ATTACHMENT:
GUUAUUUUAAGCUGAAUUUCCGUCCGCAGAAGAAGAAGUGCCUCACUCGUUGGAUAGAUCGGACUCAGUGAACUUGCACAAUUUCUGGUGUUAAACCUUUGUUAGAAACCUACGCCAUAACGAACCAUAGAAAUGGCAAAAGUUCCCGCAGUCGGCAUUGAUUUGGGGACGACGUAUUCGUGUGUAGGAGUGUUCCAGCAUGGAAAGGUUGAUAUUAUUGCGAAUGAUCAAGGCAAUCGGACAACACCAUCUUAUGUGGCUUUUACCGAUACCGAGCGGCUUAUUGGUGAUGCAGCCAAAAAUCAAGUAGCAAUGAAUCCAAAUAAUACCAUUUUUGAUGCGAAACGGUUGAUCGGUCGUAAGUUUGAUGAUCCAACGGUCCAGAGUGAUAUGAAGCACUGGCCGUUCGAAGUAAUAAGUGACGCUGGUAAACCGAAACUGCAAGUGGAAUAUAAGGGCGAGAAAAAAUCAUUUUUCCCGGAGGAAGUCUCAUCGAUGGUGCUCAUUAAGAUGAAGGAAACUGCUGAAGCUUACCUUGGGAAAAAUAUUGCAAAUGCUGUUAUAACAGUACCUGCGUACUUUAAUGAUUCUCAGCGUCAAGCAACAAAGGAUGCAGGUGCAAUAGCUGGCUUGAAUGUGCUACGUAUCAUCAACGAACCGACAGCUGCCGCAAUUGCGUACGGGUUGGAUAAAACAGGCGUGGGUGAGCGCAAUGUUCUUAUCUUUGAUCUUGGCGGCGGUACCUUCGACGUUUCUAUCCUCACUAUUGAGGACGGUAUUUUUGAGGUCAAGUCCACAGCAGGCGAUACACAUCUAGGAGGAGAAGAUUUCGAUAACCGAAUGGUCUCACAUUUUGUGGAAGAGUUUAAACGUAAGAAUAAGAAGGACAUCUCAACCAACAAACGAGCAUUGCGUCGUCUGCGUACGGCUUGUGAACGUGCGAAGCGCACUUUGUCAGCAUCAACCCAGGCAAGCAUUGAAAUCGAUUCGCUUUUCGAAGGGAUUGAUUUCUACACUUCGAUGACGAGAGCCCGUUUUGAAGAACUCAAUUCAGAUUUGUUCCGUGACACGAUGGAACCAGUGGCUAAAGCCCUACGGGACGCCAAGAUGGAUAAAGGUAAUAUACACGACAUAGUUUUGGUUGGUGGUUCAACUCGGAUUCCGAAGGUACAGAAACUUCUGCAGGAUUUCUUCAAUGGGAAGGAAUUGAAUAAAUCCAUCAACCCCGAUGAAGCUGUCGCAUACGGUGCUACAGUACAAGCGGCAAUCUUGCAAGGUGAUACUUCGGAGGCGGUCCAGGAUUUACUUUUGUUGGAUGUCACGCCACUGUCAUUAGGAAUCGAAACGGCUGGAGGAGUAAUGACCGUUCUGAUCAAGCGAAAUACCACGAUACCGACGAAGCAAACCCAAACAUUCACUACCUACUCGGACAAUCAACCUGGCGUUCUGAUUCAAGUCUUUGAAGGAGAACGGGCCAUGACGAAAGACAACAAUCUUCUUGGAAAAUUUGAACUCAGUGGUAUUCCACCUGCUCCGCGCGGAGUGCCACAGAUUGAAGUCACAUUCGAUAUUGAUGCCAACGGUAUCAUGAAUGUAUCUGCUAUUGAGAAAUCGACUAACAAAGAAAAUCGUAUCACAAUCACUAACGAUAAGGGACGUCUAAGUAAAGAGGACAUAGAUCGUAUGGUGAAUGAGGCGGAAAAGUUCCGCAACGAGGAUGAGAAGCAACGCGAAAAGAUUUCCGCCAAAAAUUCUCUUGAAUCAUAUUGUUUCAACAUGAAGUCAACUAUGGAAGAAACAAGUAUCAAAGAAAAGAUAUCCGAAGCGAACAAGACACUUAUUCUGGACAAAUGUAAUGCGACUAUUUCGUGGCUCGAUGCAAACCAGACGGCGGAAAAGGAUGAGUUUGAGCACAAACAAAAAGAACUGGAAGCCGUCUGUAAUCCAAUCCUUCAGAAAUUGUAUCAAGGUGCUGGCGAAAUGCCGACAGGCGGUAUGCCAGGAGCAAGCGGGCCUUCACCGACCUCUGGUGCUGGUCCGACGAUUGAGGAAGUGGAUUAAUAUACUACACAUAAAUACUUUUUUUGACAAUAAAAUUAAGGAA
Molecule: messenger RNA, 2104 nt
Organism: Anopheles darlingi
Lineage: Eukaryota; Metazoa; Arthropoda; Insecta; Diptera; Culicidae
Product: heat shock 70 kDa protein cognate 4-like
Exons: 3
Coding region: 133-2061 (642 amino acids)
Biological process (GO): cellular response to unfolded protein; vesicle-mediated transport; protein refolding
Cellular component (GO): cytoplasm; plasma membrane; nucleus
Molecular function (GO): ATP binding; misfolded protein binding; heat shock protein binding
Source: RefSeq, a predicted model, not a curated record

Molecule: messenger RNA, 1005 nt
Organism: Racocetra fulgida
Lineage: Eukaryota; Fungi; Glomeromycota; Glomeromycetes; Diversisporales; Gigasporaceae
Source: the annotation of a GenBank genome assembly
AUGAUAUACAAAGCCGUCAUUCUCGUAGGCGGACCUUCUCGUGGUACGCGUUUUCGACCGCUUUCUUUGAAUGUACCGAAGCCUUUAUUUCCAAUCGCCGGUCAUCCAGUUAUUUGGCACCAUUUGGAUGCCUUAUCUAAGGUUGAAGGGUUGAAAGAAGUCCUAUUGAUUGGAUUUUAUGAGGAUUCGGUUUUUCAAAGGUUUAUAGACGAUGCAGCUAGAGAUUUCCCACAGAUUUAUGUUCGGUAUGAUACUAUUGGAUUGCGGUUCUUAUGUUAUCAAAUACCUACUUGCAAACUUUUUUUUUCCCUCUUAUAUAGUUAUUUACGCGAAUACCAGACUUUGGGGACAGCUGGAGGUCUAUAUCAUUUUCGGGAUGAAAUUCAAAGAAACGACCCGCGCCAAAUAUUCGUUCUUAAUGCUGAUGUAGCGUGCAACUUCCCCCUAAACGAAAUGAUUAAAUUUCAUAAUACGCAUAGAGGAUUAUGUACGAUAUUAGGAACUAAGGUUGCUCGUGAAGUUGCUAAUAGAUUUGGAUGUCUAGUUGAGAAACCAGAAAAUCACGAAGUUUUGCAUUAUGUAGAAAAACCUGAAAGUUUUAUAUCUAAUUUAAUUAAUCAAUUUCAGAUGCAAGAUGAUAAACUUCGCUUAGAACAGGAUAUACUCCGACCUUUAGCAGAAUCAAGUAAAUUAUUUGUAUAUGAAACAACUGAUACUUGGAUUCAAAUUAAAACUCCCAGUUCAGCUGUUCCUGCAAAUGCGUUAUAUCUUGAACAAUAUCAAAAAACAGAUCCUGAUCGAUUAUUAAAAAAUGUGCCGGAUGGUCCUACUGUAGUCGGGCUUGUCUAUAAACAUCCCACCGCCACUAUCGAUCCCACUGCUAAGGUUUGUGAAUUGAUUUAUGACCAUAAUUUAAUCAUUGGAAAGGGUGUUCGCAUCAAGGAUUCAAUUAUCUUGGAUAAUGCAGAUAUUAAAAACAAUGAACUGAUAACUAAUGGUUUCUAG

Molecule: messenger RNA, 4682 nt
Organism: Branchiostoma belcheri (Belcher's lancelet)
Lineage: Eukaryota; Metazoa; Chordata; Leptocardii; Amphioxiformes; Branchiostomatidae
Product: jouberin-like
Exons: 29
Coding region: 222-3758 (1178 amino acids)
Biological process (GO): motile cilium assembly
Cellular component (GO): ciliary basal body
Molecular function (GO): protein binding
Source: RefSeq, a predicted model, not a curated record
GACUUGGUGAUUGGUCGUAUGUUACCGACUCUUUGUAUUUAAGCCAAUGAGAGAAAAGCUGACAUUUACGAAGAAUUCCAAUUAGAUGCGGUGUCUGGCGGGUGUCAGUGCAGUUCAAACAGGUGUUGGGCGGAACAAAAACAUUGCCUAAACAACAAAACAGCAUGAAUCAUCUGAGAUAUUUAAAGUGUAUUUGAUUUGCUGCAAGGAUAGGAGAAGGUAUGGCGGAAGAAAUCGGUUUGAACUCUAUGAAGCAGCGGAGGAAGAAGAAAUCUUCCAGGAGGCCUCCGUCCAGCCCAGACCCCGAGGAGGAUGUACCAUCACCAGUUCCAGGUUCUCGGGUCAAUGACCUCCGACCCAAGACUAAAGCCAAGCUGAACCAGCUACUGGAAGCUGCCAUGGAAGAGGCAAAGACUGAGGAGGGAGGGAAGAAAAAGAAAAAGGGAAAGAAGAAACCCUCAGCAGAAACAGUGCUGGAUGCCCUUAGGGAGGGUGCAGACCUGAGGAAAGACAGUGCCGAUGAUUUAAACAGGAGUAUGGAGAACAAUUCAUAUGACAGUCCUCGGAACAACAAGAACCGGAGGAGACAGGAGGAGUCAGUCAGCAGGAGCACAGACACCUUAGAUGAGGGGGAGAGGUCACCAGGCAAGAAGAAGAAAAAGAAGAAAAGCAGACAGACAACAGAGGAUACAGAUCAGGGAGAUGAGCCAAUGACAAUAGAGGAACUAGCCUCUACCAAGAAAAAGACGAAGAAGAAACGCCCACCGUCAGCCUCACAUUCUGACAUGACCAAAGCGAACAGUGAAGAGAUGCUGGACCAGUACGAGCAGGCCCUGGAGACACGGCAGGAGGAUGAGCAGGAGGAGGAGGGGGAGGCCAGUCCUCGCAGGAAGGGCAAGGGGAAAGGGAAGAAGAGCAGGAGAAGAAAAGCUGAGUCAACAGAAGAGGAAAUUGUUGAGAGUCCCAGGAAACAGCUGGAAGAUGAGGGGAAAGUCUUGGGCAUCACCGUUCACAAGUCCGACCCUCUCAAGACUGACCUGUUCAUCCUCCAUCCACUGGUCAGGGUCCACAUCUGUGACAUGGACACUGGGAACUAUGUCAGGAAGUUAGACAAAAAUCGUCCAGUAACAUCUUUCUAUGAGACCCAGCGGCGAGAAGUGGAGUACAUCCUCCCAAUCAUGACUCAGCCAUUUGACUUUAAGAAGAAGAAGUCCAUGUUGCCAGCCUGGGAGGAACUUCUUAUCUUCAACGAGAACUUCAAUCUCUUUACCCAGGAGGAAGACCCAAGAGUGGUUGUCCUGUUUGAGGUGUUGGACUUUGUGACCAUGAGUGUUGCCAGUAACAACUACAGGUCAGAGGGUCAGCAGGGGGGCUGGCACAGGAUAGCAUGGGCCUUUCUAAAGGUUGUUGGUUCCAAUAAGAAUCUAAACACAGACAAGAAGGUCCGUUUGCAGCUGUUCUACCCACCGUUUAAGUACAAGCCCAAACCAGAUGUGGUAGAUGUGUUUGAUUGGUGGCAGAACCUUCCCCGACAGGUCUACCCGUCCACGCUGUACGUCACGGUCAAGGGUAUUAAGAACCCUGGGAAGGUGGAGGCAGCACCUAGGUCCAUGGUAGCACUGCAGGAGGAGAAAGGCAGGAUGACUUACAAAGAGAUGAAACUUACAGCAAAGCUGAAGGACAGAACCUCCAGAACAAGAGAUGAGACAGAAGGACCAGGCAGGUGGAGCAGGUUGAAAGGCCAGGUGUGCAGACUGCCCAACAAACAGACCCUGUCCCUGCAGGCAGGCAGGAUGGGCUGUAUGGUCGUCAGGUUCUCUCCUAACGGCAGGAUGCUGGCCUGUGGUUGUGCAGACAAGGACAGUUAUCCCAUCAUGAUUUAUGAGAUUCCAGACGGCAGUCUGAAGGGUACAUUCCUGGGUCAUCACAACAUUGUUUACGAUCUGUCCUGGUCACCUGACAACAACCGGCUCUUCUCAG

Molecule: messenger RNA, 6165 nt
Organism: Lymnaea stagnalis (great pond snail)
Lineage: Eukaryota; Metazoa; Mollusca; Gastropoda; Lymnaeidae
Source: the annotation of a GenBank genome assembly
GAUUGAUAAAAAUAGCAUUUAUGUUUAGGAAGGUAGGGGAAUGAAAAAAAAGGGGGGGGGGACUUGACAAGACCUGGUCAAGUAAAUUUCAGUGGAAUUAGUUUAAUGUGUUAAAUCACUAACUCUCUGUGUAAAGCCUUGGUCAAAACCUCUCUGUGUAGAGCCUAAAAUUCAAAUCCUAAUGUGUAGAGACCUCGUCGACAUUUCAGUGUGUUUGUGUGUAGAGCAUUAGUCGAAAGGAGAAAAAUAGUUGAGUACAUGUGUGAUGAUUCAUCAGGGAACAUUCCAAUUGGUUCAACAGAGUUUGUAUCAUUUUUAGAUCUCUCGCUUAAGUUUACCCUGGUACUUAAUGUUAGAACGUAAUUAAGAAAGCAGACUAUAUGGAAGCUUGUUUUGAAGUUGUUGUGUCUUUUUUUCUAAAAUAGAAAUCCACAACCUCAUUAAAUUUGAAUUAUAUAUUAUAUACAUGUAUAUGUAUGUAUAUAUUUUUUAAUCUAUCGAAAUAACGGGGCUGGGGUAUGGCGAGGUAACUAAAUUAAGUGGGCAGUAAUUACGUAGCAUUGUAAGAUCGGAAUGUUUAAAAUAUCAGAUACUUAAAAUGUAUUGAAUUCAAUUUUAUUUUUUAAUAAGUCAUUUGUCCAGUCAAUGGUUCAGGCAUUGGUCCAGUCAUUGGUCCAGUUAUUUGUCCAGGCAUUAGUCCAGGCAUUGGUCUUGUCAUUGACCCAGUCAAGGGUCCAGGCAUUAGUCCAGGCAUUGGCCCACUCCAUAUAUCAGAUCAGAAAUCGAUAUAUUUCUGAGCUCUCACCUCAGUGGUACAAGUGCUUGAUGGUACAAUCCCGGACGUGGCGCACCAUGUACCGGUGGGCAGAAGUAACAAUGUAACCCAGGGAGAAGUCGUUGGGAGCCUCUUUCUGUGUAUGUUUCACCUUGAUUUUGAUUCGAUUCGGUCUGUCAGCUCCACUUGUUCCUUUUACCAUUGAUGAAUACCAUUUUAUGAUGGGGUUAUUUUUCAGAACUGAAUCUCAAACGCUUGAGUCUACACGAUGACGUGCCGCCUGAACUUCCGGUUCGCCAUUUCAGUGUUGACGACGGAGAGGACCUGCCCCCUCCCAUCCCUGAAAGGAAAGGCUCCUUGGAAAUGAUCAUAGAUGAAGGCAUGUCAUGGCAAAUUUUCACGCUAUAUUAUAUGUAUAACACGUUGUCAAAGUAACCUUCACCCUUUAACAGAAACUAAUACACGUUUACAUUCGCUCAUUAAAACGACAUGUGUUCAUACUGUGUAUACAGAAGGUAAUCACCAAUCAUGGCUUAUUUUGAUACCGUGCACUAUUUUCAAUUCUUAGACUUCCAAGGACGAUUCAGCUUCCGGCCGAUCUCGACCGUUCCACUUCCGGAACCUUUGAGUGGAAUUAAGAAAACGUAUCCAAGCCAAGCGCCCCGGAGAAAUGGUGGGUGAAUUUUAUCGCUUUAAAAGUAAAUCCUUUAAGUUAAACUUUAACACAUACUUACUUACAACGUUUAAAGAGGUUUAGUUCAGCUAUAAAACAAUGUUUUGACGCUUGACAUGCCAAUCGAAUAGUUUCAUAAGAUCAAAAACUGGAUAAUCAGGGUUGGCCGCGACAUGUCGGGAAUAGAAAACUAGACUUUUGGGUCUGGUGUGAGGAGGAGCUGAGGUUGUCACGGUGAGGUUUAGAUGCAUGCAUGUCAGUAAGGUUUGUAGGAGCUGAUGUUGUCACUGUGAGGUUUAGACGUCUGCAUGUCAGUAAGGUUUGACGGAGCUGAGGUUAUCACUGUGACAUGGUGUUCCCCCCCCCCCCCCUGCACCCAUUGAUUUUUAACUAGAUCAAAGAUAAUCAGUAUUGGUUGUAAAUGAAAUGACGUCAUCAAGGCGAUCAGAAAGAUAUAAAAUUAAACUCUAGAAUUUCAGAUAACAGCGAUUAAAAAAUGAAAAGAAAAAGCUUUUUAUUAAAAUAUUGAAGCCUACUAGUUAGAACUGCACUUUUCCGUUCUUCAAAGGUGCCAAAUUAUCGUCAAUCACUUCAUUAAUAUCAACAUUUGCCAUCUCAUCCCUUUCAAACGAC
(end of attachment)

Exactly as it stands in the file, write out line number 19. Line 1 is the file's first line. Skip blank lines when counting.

Lineage: Eukaryota; Metazoa; Chordata; Leptocardii; Amphioxiformes; Branchiostomatidae